When your back is against the wall, you need a hero. So it is not surprising that Israeli Prime Minister Benjamin Netanyahu, flailing in a hard-found election, has turned to Chuck Norris, martial arts master and star of films like Delta Force and the TV series “Walker, Texas Ranger.” Norris cut an ad urging Israelis to vote Tuesday for Netanyahu's Likud Party, saying, “You have an incredible country, and we want to keep it that way. That’s why it is so important that you keep a leader who has the courage and vision to stand up against the evil forces that are threatening not only Israel but also the United States.”
Norris isn’t the only formerly prominent American actor backing Bibi. Jon Voight, from classics such as Midnight Cowboy and Deliverance, also made a pro-Netanyahu ad, where he made the case for ignoring the rift between President Barack Obama and Netanyahu. “I love Israel,” Voight said. "I want to see Israel survive and not be overtaken by the madmen of this world. President Obama does not love Israel. His whole agenda is to control Israel, and this way, he can be friends with all of Israel’s enemies. He doesn't want Bibi Netanyahu to win this election.”
The intervention of Hollywood C-listers in the Israeli election might seem comic, but Netanyahu's turn toward these washed-up stars speaks to something larger: that Bibi is a profoundly Americanized politician, one more comfortable in the United States than in the country he leads.
In fact, Netanyahu is the most Americanized prime minister that Israel has ever seen. Although born in Tel Aviv, he spent many childhood years in the U.S., graduating from Cheltenham High School in Pennsylvania. His easy way with English, which still carries a Philadelphia tinge, certainly helps in making the case that he can be an essential bridge between Israel and its most important ally. When Netanyahu appears, as he frequently does, on “Meet the Press” or “Face the Nation,” he presents a demeanor and voice that many Americans can relate to.
Politically, Netanyahu has forged an unprecedented alliance with American conservatives, working closely with both the Republican Party and right-wing billionaires like Sheldon Adelson, who has given money to Likud and supported the party through Israel HaYom, his popular free newspaper in Israel.
But it is worth asking whether Netanyahu’s American connections, long one of his greatest political strengths, are any more helpful in getting out the vote than Chuck Norris’s name is in selling box office tickets. Netanyahu's tight alliance with the Republican Party led to his contentious speech before Congress challenging Obama’s Iran negotiations. While Netanyahu got a small bump in the polls after that speech, his numbers then dropped amid reports that the stunt was fraying American-Israeli relations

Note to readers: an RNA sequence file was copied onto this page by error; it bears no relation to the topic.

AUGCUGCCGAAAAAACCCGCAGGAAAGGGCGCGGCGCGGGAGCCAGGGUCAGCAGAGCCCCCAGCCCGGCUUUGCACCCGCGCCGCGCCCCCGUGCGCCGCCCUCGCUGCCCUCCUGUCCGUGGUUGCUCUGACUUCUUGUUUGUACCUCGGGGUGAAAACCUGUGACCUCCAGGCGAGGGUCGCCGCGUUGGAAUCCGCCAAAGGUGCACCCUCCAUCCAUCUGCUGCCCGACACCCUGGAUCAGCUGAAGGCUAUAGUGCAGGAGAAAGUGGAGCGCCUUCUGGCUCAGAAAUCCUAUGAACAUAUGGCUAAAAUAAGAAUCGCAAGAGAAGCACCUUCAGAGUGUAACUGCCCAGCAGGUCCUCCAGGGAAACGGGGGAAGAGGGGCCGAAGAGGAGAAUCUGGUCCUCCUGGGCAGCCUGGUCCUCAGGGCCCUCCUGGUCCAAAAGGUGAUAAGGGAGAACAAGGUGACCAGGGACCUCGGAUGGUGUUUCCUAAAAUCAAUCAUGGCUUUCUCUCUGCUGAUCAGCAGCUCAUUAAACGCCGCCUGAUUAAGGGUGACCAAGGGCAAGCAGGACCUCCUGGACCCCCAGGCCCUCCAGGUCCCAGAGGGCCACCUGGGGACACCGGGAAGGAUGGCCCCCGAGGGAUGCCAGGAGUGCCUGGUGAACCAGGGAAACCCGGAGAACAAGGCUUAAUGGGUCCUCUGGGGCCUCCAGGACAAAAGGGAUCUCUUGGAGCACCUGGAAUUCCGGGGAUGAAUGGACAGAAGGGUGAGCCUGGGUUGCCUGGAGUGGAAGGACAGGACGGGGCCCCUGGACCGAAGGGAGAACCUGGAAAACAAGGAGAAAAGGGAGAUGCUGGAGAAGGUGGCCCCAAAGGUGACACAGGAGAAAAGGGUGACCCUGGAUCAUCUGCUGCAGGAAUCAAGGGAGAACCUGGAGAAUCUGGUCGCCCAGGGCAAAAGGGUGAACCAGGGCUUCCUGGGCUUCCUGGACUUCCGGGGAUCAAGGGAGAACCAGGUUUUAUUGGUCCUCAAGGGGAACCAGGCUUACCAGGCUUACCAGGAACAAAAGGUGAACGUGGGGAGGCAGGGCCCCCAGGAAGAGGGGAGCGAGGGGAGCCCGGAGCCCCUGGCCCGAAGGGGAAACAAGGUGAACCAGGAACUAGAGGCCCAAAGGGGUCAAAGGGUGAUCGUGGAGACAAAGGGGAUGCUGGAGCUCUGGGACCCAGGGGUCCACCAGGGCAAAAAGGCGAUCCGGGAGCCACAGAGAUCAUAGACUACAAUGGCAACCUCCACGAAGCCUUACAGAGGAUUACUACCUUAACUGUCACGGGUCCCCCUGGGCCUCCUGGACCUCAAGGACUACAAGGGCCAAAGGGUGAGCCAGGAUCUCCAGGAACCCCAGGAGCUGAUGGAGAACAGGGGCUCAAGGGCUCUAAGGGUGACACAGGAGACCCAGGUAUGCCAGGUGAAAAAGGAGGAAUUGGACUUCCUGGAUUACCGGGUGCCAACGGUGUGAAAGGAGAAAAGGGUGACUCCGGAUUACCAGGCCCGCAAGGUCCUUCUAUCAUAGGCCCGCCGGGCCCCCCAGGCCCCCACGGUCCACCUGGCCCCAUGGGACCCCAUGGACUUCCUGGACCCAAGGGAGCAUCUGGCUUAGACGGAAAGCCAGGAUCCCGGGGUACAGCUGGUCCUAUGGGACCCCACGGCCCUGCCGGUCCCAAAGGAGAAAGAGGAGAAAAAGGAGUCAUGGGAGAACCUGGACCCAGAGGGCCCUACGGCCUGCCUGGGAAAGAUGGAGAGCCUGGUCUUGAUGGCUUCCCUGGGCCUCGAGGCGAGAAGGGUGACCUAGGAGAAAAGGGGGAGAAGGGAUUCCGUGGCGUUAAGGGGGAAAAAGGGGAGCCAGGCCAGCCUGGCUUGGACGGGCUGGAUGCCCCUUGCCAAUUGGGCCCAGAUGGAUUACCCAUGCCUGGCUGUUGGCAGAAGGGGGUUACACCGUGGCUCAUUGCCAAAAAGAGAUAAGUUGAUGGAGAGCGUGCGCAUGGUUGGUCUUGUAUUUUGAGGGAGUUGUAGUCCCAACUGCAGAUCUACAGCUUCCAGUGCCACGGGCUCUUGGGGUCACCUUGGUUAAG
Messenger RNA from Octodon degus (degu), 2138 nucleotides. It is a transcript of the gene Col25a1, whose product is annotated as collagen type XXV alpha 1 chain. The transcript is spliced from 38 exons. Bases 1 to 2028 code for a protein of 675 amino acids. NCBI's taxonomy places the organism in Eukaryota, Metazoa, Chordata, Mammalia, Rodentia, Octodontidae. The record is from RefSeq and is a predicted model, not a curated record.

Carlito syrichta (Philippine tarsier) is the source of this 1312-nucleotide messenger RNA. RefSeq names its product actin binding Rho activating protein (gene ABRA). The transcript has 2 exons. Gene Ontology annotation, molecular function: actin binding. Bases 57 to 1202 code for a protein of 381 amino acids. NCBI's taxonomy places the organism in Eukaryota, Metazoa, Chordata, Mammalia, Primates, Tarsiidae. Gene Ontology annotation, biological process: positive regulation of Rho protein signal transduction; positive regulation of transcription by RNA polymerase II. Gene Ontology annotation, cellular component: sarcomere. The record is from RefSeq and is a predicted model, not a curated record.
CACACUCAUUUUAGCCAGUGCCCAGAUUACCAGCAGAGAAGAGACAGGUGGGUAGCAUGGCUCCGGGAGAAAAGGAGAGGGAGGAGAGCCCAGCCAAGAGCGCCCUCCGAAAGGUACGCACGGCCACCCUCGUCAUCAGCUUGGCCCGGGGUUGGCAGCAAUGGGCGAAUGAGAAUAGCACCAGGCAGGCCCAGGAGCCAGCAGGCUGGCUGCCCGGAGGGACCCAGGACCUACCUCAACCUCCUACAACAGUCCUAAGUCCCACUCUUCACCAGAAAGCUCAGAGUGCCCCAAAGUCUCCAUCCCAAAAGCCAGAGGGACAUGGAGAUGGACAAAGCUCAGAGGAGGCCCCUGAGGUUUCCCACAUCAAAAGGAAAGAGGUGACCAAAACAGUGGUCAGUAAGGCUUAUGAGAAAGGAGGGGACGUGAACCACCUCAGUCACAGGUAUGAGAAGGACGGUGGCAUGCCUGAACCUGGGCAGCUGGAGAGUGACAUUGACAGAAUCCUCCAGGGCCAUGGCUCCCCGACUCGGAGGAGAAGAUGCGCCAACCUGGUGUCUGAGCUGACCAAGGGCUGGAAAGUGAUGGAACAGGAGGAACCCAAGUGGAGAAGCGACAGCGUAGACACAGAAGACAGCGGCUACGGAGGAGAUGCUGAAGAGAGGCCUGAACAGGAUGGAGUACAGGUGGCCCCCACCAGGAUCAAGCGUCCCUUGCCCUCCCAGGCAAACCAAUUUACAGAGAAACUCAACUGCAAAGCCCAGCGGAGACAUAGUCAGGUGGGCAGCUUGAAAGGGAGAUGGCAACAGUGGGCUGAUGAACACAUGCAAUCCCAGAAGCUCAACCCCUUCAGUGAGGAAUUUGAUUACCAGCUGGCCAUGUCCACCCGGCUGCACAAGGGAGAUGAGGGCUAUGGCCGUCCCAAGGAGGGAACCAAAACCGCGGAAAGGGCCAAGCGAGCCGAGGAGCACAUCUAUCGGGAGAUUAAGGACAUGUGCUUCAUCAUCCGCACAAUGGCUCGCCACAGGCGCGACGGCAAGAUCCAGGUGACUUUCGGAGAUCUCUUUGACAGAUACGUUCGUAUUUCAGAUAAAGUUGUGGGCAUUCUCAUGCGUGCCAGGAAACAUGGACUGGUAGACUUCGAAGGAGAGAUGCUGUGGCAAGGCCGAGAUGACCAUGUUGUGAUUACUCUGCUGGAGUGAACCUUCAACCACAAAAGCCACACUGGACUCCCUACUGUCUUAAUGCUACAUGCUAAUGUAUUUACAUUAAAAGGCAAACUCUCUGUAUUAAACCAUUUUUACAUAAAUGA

Former Secretary of State Henry Kissinger once paid a back-handed compliment to Israeli founding father David Ben-Gurion by saying, “It’s a pity his shoes are too small for him. He could have been given his real measure in a state bigger than Israel.” It often seems that Netanyahu has had the same thoughts about himself, that he needs a bigger stage than the Jewish State to work on.
“Israel is too small for him,” Daniel Levy, director of the Middle East and North Africa Programme at the European Council on Foreign Relations, said in an email. “He feels he is unappreciated at home, but loved in Congress.”
Levy notes that Netanyahu rarely gives interviews to the Israeli media, but is a fixture on American news networks. And Netanyahu’s polarizing vision of politics—his Manichean rhetoric, reminiscent of former President George W. Bush—is closer to the American model than to Israel’s multi-party democracy.
“Playing in US politics allows him to forget / transcend even for a moment the weaknesses of the Israeli non-Presidential system which so frustrate him,” Levy said. “His slogan in this election has been ‘it's us or them’ but even that is much more befitting a two-party system like US (rare today in West) than Israel, where it's us vs them and them and them.”
Netanyahu’s American ties have been a boon over the years, a source of political support, media celebrations, and campaign donations. But if Netanyahu is in trouble in today’s election, the root problem may be that he’s lost touch with the country he governs, focused as he has been on shoring up the support of John Boehner and Chuck Norris rather than the concerns of the average Israeli.